Members of the media follow Tylenol poisoning suspect James Lewis after an interview Sunday in the Central Square offices of Cambridge Cable Television. (Photo: Marc Levy)

Members of the media follow Tylenol poisoning suspect James Lewis, seen in green jacket, after an interview Sunday in the Central Square offices of Cambridge Cable Television. (Photo: Marc Levy)

James Lewis, suspected of a 1982 rash of deadly Tylenol poisonings, gave away little Sunday on “The Cambridge Rag” cable-access interview show, despite the unprecedented 48-minute run time and relentless questioning from host Roger Nicholson, callers and gathered media.

Ostensibly on to promote his novel “Poison! The Doctor’s Dilemma,” Lewis, 63, sat in a tiny Cambridge Community Television studio with Nicholson, blinds drawn and door closed, while three television crews gathered in the hall that was his only way out. And the first caller to the show was Russ Ptacek, an investigative reporter for NBC Action News in Kansas City, Mo.

When the show was over, Lewis raced to a car waiting behind the channel’s studios, followed by the pack of seven camera operators and reporters asking, “Why do they want your DNA?” and “Do you have anything to say to the victims’ families?” But he was largely silent as he climbed in and the car sped away to take him to his East Cambridge home.

Such questions were also asked during the call-in show, since Lewis has been called a prime suspect in the seven Chicago killings; law enforcement officials searched Lewis’ apartment and storage locker in February and took DNA evidence from him and his wife last week. Lewis served 13 years in prison, mainly relating to extortion charges from a letter claiming responsibility he sent to Johnson & Johnson, the makers of Tylenol. He said later the letter was written to frame someone else.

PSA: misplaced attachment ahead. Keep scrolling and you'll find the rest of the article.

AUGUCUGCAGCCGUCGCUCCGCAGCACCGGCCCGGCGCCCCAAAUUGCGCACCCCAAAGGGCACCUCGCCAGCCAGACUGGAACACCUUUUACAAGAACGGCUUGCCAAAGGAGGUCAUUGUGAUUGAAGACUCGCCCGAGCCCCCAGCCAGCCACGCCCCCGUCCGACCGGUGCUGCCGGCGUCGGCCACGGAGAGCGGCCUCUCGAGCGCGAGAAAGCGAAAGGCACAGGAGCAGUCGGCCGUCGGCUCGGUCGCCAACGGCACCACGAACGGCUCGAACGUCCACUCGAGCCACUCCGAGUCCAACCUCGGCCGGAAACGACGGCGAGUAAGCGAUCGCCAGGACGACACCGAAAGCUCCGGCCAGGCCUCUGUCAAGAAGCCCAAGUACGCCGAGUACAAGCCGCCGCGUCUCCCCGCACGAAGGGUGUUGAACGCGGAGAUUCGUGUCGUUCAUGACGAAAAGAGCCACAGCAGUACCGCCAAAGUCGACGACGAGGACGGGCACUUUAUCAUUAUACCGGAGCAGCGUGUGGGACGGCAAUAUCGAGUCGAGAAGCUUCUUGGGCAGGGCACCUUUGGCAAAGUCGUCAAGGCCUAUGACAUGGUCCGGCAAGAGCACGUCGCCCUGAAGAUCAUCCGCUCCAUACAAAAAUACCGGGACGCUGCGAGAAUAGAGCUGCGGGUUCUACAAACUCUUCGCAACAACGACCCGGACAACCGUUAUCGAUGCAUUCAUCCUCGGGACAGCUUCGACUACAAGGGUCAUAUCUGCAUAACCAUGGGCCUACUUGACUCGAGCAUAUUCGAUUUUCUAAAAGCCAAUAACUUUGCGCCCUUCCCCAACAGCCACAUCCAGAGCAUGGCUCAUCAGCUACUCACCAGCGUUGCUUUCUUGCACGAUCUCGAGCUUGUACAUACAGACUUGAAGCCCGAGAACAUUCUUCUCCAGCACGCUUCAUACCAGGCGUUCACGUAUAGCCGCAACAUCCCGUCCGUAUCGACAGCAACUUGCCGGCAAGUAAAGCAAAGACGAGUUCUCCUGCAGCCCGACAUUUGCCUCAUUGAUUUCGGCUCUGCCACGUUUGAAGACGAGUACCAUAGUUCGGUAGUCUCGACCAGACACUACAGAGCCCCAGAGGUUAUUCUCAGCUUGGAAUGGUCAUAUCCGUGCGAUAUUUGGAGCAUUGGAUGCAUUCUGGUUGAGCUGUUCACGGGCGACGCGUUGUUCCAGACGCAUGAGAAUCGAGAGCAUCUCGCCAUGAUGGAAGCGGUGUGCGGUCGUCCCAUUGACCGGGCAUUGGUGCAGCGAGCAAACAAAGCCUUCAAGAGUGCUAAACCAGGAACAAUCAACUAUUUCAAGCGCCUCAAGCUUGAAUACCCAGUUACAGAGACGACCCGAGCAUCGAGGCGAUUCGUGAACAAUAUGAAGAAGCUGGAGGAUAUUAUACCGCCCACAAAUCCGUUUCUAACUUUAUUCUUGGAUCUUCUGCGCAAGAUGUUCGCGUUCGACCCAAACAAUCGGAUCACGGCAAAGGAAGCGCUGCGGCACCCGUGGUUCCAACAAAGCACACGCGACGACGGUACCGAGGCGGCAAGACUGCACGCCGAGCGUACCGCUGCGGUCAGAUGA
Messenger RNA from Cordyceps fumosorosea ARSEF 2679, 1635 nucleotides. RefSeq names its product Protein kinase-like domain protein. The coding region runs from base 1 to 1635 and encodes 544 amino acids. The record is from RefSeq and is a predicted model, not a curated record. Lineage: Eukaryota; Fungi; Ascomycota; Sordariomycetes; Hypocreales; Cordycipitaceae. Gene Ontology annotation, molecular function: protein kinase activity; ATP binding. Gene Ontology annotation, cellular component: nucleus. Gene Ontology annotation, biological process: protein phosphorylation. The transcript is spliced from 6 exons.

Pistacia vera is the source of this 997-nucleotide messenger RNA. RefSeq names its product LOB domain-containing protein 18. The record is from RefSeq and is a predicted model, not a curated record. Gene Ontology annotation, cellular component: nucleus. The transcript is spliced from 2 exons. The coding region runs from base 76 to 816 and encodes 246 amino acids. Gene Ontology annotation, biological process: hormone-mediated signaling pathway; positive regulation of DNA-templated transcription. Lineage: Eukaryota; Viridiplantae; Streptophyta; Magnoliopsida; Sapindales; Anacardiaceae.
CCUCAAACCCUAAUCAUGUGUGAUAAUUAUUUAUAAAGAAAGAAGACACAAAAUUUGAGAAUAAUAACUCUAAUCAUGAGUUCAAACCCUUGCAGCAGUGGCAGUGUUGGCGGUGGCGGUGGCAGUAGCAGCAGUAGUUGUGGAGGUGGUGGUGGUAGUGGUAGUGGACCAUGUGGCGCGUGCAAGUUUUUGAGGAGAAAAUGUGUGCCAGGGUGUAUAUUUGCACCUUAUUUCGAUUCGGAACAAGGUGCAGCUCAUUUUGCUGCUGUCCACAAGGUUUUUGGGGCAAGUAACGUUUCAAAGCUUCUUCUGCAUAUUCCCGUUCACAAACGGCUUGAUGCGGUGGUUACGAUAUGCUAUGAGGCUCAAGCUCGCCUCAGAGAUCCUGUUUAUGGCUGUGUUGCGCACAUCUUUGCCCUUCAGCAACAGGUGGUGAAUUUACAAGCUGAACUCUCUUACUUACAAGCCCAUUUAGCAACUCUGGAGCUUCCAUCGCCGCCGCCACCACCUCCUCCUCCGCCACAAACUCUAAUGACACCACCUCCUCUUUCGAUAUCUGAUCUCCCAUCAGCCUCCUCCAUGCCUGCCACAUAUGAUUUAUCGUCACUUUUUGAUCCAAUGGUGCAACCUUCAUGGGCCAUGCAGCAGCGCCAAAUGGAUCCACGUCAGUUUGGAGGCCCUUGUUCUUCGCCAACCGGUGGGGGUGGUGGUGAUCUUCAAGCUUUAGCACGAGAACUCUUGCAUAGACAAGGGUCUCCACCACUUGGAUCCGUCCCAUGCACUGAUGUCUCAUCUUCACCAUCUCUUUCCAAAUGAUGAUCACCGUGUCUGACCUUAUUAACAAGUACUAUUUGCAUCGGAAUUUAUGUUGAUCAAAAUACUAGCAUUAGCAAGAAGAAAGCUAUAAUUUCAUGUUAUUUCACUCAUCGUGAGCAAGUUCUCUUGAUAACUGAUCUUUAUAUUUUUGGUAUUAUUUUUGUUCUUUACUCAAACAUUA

Persistent allegations

He has been charged with other crimes, including sending a threatening letter to President Ronald Reagan and the kidnap and rape of a woman in 2004. Ptacek was calling about the 1978 dismemberment of Raymond West, a client of Lewis’ tax preparation business. Ptacek’s sources say the victim was butchered, and that Lewis had been trained in butchery by the 4H; and that the victim was tied up using ropes and knots identical to those found in Lewis’ car. Lewis was accused of trying to cash a $5,000 check on the day the victim disappeared. It is unknown if the victim had been poisoned as well, but there has been a request for the body to be exhumed for toxicology tests.

“Your own attorney here says he doesn’t believe you killed Raymond West, but that he does believe, his theory is, you dismembered his body to cash a $5,000 check,” Ptacek said. “I’ve been trying to reach you for months about this case.”

Nicholson eventually hung up on Ptacek.

After saying he “never was” in 4H and claiming innocence in West’s death, Lewis steered the conversation back to his novel. It’s a fictionalized take on events he saw growing up amid poverty and lead mines in southern Missouri, he said, when several people drank contaminated well water, got sick and died. The hero, Dr. Charles Rivers, takes on a villain named Agua Naranja (“orange water” in Spanish, a term for a certain kind of water contaminated by industrial runoff) and the moral question of his own father’s involvement in the deaths.

But the interview kept going other directions.

“Why would you write a book called ‘Poison’ if you were thought to be the Tylenol poisoner?” Nicholson asked, later suggesting it might be the only thing that would draw people to read the book.

“That is not any concern of mine. This book has absolutely nothing to do with that,” Lewis said. “It’s an event that I’m aware of that happened when I was a child.”